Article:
Spare Kenyans agony of political violence

Residents of Kawangware district of Nairobi erect a burning barricade on October 27, 2017 during post electoral violence. [AFP]

A few days ago, I was engaged in a heated conversation about electoral violence and was a bit alarmed at all the reasons that were being given to justify the same.

These are justifications we have heard before. Indeed, these are no different from those offered to justify violence during previous electoral cycles.

Sadly, my concerns were seen through the lens of the Kibra vote, even though I first shared such concerns weeks before the poll date. These are concerns which many have echoed, and which I have raised whenever appropriate.

This point must be underscored as it demonstrates clearly that the concerns of most Kenyans are not about any single election.

Kenyans are concerned about the risk posed by political violence, as it tends to cause a dangerous escalation in politically-instigated hostilities.

Furthermore, it is important to point out that political violence is a legitimate concern that most Kenyans have.

If political violence was not an important issue, Kenyans would not have asked President Uhuru Kenyatta and Rt Hon Raila Odinga to reconcile their differences.

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If political violence was not a concern, there would have been no need to initiate a national conversation around unity and reconciliation.

That these events transpired suggests that political violence is something that all Kenyans want to see brought to an end.

My faith

As Kenyans, we should therefore be mindful not to reduce the discussion around political violence to narratives that justify an escalation of hostilities. Yet this is what we have done, and appear to continue to do.

Now, I realise that my opinion may be at odds with some higher political objectives that I am not aware of. This may have a lot to do with the fact that I have decided to take a principled and uncompromising stand against all forms of violence.

Yet I must explain. I have not taken this stand to be difficult or to cause trouble – for Kenya’s leadership, for people close to me, for other Kenyans or, indeed, for myself.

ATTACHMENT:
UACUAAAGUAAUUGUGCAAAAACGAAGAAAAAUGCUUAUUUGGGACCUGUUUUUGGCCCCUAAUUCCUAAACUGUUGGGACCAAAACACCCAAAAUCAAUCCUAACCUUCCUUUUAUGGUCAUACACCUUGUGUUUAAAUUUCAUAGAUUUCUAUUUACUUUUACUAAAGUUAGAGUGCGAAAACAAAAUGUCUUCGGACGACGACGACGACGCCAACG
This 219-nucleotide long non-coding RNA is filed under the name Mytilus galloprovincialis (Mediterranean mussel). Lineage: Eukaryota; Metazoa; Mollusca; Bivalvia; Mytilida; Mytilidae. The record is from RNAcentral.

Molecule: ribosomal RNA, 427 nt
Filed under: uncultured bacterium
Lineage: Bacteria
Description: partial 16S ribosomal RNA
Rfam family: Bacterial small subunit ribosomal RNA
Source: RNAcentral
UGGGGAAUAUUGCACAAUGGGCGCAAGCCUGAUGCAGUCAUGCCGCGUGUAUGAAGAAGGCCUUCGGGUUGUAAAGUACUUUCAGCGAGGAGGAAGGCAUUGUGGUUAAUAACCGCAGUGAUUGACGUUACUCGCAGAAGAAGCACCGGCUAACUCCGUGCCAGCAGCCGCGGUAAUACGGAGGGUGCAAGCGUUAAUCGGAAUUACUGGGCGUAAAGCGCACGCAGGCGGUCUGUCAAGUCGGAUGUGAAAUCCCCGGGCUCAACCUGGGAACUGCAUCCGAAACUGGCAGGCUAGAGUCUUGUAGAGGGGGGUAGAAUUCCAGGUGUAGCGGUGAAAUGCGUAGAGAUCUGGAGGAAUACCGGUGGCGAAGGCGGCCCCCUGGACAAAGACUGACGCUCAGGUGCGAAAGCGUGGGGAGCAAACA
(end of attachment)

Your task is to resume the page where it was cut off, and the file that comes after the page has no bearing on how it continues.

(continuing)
I have taken this principled stand against violence because I am convinced that this is the right thing to do. This stand is also informed by Kenya’s electoral history; by the values imparted to me by my faith; and my parent’s upbringing.

In taking this principled stand, I am mindful of the need for us to engage one another in a constructive manner.

For I do appreciate that none of us have exactly the same perspective, even on things we agree on. In that regard, we must genuinely respect the opinion of others – particularly those holding a different opinion from ours.

That said, I must point out some conduct that I find disturbing. There seems to be an increasing tendency to belittle or demean those who offer opinions that raise genuine concerns about the risk of violence.

 Conflict resolution

This tendency to demean does little to advance the cause of national unity and cohesion. What it ends up doing is to shut down meaningful debate. It stops us from focusing on the issue at hand and instead turning on one another.

When we then turn on one another, we play up our differences beyond what is sensible. Having created new divisions through needless wrangling, we then reach the wrong conclusions about what to do next.

For we then mistakenly believe that we must suppress all opposing viewpoints. This may be one way of handling the challenges of diversity. Yet the body of knowledge on democracy, leadership and conflict resolution suggests that this is the wrong approach to take. If we truly want to build a more cohesive country, we must avoid excusing bad political conduct – be it intimidation, violence or heavy-handedness.

And all political leaders must demonstrate commitment to our national values and principles – as espoused in article 10 of the Constitution. Moreover, our leaders must not only preach peace, they must practice it. And a good place to start is for them to always speak out against political violence.

Finally, we cannot build a truly cohesive nation through fear, intimidation or violence.  This brand of politics will eventually destroy Kenya. 

For, if we as Kenyans live by the sword, we shall surely die by the very same means. We must put an end to political violence before violence puts an end to Kenya.

Mr Karanja is a management consultant specialising in strategy and change management.

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political violenceKibraPresident Uhuru Kenyatta